Susan Sontag wrote:
July 24, 2006
From “On Photography” by Susan Sontag
“Recently, photography has become almost as widely practised an amusement as sex and dancing – which means that, like every mass art form, photography is not practiced by most people as an art. It is mainly a social rite, a defense against anxiety, and a tool of power.”
I happen to be a big fan of Susan Sontag’s writings.
I don’t know about sex and dancing – nor about anxiety defenses or tools of power (maybe Susan got a bit carried away here). But I do believe photography is – on the amateur level – simply a social rite. Snap this, snap that and most of it, thankfully, ends up wherever nothing is ever seen again. The rite has been executed and that’s that. No need to go further.
You may think Susan’s statements referred to the “digital revolution” which encourages the endless shooting of undeserving targets, by amateurs and pros alike. You are wrong about that.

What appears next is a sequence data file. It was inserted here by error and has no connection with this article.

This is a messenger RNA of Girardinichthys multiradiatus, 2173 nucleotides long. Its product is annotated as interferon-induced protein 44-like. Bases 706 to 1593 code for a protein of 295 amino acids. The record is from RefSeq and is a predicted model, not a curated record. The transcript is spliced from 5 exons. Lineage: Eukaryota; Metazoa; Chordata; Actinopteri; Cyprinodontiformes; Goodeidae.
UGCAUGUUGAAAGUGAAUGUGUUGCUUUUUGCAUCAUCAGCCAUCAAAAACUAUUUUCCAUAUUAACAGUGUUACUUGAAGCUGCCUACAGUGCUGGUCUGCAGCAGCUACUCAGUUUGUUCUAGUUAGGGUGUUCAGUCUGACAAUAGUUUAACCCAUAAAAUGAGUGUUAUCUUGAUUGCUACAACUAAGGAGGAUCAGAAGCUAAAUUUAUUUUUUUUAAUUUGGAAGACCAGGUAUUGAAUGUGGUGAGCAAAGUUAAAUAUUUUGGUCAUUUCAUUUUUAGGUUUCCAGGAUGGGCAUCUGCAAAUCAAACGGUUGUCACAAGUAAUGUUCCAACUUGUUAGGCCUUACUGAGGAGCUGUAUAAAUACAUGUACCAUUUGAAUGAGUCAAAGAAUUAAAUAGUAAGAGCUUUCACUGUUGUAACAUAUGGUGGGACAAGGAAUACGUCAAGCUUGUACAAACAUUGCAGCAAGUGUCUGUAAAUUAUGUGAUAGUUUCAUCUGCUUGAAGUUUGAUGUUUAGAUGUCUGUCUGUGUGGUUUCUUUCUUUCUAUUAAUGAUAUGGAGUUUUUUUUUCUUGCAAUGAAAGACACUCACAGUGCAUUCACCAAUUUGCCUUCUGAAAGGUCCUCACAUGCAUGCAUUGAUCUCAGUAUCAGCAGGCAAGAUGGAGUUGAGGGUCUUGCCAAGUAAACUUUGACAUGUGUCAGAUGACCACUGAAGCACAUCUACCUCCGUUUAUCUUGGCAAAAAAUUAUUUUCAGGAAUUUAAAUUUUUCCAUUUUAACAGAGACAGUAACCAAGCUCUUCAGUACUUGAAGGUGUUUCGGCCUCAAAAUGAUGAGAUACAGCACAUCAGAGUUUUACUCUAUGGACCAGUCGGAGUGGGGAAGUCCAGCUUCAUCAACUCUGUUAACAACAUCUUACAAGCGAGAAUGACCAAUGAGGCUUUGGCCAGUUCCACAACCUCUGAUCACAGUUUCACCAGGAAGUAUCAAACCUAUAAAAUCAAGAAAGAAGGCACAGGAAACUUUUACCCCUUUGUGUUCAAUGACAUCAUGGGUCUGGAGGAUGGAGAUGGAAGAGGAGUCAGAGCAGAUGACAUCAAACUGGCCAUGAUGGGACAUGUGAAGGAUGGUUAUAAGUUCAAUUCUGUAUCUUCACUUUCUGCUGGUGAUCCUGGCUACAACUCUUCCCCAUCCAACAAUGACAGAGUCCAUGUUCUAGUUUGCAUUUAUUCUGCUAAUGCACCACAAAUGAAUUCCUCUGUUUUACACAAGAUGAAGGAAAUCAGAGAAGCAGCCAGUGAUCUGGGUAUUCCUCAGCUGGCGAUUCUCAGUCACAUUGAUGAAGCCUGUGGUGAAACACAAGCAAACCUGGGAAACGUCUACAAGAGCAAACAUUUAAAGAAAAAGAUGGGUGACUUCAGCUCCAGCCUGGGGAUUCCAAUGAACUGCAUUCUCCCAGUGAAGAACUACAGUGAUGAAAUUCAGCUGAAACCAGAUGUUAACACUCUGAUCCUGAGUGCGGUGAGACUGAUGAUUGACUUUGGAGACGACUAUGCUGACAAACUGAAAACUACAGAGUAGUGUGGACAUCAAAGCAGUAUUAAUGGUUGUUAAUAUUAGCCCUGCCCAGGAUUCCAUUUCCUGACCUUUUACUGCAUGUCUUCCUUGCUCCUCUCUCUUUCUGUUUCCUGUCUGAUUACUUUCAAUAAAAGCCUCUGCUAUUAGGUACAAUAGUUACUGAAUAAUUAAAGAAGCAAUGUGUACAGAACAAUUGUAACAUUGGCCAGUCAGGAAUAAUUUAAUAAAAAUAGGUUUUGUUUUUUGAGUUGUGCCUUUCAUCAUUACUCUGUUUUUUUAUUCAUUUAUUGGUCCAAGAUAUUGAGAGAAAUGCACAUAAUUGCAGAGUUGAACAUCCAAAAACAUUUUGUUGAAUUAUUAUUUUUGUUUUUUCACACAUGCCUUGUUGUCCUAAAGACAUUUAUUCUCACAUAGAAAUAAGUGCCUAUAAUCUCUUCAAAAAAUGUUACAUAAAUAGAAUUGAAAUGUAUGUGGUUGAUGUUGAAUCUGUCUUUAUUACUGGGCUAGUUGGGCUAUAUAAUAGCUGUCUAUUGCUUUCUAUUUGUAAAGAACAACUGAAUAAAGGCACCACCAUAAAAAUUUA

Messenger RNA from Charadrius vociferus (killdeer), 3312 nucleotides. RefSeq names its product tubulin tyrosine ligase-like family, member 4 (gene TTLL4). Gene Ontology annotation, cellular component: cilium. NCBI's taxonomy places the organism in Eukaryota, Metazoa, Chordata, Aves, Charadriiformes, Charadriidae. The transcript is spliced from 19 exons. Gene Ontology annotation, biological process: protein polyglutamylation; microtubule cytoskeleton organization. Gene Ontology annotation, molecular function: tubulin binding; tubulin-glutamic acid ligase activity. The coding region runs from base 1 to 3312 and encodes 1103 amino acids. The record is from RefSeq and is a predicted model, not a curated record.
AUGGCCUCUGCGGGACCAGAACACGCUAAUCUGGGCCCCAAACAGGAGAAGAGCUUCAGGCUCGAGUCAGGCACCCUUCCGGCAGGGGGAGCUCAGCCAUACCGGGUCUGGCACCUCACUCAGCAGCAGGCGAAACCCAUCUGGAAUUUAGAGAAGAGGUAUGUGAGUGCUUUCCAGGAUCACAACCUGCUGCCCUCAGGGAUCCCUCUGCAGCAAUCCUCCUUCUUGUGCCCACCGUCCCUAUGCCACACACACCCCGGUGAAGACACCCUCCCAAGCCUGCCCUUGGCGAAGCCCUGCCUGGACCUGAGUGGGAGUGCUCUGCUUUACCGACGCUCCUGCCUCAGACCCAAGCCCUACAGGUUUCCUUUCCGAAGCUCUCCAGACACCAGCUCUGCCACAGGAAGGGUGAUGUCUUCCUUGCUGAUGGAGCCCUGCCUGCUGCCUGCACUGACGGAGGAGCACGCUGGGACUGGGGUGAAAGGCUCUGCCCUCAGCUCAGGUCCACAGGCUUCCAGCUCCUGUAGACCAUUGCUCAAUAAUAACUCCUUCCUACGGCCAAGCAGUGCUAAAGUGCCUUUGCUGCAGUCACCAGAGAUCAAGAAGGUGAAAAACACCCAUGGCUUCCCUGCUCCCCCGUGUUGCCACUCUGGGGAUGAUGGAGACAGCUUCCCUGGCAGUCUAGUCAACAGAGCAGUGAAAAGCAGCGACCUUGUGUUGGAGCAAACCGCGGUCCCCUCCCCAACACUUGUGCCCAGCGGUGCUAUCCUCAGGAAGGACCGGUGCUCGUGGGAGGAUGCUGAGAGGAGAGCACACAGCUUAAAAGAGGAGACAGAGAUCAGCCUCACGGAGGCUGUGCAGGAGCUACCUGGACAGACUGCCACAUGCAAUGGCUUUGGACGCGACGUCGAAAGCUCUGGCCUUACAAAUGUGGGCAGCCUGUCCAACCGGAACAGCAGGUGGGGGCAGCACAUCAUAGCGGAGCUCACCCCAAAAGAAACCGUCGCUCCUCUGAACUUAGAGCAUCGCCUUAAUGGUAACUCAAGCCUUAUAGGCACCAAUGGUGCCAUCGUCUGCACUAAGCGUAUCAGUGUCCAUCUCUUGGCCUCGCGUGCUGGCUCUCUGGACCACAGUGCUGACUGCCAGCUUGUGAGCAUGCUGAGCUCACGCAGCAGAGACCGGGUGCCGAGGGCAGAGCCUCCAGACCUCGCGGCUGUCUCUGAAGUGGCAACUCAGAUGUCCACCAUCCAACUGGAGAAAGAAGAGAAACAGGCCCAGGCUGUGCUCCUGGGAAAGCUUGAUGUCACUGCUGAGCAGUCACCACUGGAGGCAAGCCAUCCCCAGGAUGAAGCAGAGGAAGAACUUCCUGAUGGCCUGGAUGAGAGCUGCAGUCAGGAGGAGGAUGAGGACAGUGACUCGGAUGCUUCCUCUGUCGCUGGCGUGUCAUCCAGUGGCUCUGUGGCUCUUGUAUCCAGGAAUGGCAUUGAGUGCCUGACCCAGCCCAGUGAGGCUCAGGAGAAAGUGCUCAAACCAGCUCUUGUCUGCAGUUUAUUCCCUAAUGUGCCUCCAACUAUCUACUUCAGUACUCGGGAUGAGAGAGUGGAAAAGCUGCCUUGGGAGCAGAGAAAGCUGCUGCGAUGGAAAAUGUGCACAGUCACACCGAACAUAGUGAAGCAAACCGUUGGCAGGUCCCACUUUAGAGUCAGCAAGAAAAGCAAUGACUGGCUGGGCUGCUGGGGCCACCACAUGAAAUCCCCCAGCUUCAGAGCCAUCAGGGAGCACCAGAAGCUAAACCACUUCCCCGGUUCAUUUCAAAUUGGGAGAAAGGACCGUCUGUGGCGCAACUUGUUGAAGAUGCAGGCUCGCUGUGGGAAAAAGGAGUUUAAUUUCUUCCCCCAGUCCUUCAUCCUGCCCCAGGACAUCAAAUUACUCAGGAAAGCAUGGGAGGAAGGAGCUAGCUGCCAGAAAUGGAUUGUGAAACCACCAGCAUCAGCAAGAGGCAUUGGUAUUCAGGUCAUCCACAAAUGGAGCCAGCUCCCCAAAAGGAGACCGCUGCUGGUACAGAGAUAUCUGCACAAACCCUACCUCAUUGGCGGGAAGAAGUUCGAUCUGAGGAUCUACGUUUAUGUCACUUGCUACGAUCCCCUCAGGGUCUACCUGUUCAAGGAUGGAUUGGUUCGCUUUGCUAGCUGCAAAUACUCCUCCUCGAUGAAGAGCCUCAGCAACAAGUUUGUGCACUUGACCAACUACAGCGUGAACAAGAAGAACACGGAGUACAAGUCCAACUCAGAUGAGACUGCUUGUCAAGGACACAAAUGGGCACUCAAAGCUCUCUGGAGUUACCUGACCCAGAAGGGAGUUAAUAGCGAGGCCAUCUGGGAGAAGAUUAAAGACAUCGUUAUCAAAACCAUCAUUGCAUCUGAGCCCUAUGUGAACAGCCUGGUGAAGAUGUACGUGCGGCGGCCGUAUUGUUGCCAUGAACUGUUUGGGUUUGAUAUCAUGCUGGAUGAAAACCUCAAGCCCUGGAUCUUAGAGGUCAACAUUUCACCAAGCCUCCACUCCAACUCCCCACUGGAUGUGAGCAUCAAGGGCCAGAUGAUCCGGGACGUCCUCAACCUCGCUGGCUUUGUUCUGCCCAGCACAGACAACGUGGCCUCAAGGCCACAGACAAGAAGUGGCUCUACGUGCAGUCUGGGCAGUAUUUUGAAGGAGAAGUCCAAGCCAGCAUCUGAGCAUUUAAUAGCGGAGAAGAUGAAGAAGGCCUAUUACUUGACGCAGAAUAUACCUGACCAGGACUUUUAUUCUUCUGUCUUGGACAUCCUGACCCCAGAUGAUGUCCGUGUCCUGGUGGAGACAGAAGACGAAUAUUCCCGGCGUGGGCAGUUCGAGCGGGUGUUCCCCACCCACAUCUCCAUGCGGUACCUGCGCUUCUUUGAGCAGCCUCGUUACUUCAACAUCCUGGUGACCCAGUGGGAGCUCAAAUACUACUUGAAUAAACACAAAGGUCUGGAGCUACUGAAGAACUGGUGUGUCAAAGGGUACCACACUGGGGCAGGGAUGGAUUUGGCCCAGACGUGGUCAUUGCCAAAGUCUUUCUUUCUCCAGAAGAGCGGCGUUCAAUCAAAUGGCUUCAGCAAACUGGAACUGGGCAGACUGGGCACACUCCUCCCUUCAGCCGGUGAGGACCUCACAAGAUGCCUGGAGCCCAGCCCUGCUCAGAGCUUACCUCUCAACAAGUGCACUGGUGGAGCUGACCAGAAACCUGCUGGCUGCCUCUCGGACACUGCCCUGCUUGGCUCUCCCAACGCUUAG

Susan wrote those words in 1977, just about when the cheap point-and-shoot FILM camera had its heydays. At the time, this was a “revolution”. Going back even further, not many are alive to remember the Kodak Box FILM camera – now, that was a photography revolution. It essentially marked the start of consumer photography.
Get my point? Photography, like everything else, is going through constant “revolutions”. They generally mean little or anything to the art form but does seem to encourage the casual consumer’s snap shooting as prices fall.
But Art remains Art. No matter what the tool is. And Art has nothing to do with the nonsense above.